Why the customs union matters for the Grimsby area and what the future holds after Brexit
The port of Immingham
By Grimsby Telegraph | Posted: 16 Aug 2017
The Leave campaign promised many changes with a vote for Brexit.
But there is one thing they never wanted to change much and that’s the way the UK trades with the European Union.
Right now, it is decidedly uncomplicated. Goods – from wood chips to cars – come in to the country, while items made in the UK go out.
As long as the transfer of these goods is between the UK and another EU country, no one really blinks an eye.
And that’s all because Britain is a member of the customs union – a set of bloc agreements which removes tariffs (i.e. a financial charge) between the 28 EU countries and lifts the need for import and export checks, making business cheaper and faster.
But, in just over 18 months’ time, the country will no longer be part of the EU or its customs union and businesses could face more paperwork and costly delays to sell to, or buy from, Europe.
The Government yesterday published a paper looking at how a future customs arrangement with the EU could work after March 2019.
In it, it conceded that the UK would have to prepare for a cliff-edge whereby, overnight, British firms would have to start declaring everything they export to the likes of France and even, in some cases, apply for export licences.
The same would go for countries looking to sell to the UK, making imports more cumbersome.
That could create huge issues in North East Lincolnshire, home to the Port of Immingham – the busiest port in the UK by tonnage – and Grimsby Docks, a major port for the car industry.
Traders using the ports are not going to be happy if they face new import tariffs or lengthy waiting times for checks to be carried out.
Officials and ministers were clear yesterday that they are trying to avoid such a situation, and have proposed two options it would ideally like to see in place after Brexit.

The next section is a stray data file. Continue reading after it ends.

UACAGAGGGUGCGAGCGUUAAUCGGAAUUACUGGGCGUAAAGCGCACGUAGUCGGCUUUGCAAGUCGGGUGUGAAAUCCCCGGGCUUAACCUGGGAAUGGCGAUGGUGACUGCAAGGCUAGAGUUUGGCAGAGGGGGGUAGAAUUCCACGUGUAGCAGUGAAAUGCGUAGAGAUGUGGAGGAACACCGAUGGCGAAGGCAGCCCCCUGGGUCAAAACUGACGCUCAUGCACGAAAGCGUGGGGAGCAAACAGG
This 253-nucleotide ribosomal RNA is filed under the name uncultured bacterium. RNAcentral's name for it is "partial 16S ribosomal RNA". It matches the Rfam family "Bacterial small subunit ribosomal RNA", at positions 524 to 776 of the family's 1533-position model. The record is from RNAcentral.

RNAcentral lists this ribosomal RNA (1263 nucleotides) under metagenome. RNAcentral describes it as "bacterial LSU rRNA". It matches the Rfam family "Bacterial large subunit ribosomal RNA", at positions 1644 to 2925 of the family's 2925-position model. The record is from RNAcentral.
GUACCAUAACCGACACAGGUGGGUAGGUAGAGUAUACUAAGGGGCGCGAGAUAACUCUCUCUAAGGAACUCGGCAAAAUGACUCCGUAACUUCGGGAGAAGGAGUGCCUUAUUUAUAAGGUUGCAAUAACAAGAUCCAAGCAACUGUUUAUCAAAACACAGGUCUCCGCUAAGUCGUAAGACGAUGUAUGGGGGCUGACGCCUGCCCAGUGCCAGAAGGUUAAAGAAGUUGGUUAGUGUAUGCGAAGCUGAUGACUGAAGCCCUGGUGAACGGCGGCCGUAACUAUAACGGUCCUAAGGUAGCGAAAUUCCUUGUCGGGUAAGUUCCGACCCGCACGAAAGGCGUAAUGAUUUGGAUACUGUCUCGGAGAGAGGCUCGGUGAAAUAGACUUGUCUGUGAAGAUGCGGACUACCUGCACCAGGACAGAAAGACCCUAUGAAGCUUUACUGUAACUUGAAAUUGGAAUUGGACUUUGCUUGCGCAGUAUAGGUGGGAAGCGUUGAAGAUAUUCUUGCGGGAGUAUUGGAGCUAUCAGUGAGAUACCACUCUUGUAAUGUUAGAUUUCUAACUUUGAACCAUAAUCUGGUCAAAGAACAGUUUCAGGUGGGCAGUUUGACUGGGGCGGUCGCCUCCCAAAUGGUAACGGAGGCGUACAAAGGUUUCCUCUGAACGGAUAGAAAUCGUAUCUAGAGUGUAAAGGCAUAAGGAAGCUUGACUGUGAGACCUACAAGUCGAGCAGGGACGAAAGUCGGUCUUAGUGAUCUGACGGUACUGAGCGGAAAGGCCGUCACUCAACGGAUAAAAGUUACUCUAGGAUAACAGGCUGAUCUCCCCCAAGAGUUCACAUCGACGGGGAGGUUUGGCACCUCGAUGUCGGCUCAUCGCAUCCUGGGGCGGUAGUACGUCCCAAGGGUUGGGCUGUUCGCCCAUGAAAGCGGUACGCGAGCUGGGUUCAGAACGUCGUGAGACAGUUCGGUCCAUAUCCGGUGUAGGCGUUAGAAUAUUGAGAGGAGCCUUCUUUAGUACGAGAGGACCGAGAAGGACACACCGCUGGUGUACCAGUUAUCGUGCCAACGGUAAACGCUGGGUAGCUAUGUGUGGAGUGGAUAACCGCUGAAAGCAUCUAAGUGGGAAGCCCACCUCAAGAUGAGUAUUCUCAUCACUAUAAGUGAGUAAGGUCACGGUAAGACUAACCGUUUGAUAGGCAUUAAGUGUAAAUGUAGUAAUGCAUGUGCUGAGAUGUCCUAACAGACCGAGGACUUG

The first – dubbed the “highly streamlined customs arrangement” – would look to “waiver” entry and exit declarations, see Britain sign-up to the Commons Transit Convention so goods travelling through Europe don’t have to stop for checks at every border, while also allowing for companies to self-declare their goods before entering the country, meaning less need for physical checks.
The second is a new customs partnership with the EU, which is more complicated as it would require new technology and would be dealing with different pricing structures for import and export tariffs.
It is also an “untested approach”, with the Government saying it would require further discussion with those in the industry.
Brexit Secretary David Davis
In the meantime, the Government has officially proposed an “interim” period after Brexit, a period of perhaps two years according to Brexit Secretary David Davis, whereby the current EU customs rules will still apply to Britain while both UK and EU-based companies adjust.
The caveat is that Britain wants to be able to negotiate new trade deals with countries outside the EU – something the customs union forbids – during that interim period.
The CBI called the proposal of an interim period a “critical first step forward” in the EU trade negotiations.
Associated British Ports, which runs the ports at Grimsby and Immingham, and the Hull and Humber Chamber of Commerce said they would be keeping a “watching brief” on how talks progressed over a future customs arrangement.
A spokeswoman for ABP said the company “welcomed” the Government's paper and said it would be working to ensure businesses had “efficient and reliable access” to the Continent.
“We are committed to working with our customers and the Government to make sure trade can flow as smoothly as possible following the UK’s exit from the Single Market and Customs Union,” said the spokeswoman.
“Underpinned by our ongoing commitment to invest in new infrastructure and facilities, ABP’s Humber ports will continue to provide British businesses with efficient and reliable access to European markets.”